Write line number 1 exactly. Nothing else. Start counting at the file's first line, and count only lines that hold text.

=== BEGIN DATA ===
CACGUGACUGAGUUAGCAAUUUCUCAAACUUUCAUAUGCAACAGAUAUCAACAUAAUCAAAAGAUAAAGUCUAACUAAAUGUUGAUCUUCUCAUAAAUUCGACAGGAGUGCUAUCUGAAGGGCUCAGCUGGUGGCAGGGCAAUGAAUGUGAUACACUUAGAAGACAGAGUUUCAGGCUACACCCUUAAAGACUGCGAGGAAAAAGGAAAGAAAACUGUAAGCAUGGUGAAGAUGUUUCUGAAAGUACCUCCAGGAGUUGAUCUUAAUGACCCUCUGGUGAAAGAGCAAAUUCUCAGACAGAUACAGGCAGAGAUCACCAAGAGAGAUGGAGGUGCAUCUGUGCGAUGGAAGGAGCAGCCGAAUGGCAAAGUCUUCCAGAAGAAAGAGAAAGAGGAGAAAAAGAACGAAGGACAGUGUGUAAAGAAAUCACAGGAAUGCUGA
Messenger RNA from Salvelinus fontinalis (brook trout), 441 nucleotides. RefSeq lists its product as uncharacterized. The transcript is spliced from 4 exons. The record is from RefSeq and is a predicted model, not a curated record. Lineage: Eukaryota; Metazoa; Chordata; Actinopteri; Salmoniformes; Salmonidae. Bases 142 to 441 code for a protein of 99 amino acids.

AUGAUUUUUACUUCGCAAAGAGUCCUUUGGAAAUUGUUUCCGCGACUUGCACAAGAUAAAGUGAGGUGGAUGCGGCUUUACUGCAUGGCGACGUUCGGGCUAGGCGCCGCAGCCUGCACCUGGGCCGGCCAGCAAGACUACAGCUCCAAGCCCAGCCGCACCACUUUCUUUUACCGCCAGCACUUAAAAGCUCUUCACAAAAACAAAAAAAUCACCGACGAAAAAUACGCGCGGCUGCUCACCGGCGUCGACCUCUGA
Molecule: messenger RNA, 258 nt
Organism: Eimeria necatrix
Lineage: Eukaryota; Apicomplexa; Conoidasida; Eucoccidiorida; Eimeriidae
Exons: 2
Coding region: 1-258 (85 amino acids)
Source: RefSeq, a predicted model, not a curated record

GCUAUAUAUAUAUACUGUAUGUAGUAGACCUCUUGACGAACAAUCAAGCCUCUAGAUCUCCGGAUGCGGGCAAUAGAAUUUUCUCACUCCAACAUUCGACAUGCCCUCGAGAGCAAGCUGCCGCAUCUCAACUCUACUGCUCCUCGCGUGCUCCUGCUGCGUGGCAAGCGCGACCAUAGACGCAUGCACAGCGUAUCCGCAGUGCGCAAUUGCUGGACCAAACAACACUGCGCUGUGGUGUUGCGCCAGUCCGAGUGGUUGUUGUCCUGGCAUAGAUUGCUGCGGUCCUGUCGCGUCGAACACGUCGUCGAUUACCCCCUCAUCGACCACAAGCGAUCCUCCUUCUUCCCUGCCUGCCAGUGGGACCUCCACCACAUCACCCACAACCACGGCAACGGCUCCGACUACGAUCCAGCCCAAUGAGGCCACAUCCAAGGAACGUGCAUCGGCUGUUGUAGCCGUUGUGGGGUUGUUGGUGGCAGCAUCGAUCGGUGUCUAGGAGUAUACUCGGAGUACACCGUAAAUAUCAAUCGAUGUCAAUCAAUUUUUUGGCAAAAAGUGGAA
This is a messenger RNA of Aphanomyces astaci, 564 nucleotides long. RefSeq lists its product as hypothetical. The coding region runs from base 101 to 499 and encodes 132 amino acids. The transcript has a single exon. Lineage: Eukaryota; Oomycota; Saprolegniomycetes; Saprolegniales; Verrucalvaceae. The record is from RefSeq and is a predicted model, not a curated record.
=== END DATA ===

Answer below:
CACGUGACUGAGUUAGCAAUUUCUCAAACUUUCAUAUGCAACAGAUAUCAACAUAAUCAAAAGAUAAAGUCUAACUAAAUGUUGAUCUUCUCAUAAAUUCGACAGGAGUGCUAUCUGAAGGGCUCAGCUGGUGGCAGGGCAAUGAAUGUGAUACACUUAGAAGACAGAGUUUCAGGCUACACCCUUAAAGACUGCGAGGAAAAAGGAAAGAAAACUGUAAGCAUGGUGAAGAUGUUUCUGAAAGUACCUCCAGGAGUUGAUCUUAAUGACCCUCUGGUGAAAGAGCAAAUUCUCAGACAGAUACAGGCAGAGAUCACCAAGAGAGAUGGAGGUGCAUCUGUGCGAUGGAAGGAGCAGCCGAAUGGCAAAGUCUUCCAGAAGAAAGAGAAAGAGGAGAAAAAGAACGAAGGACAGUGUGUAAAGAAAUCACAGGAAUGCUGA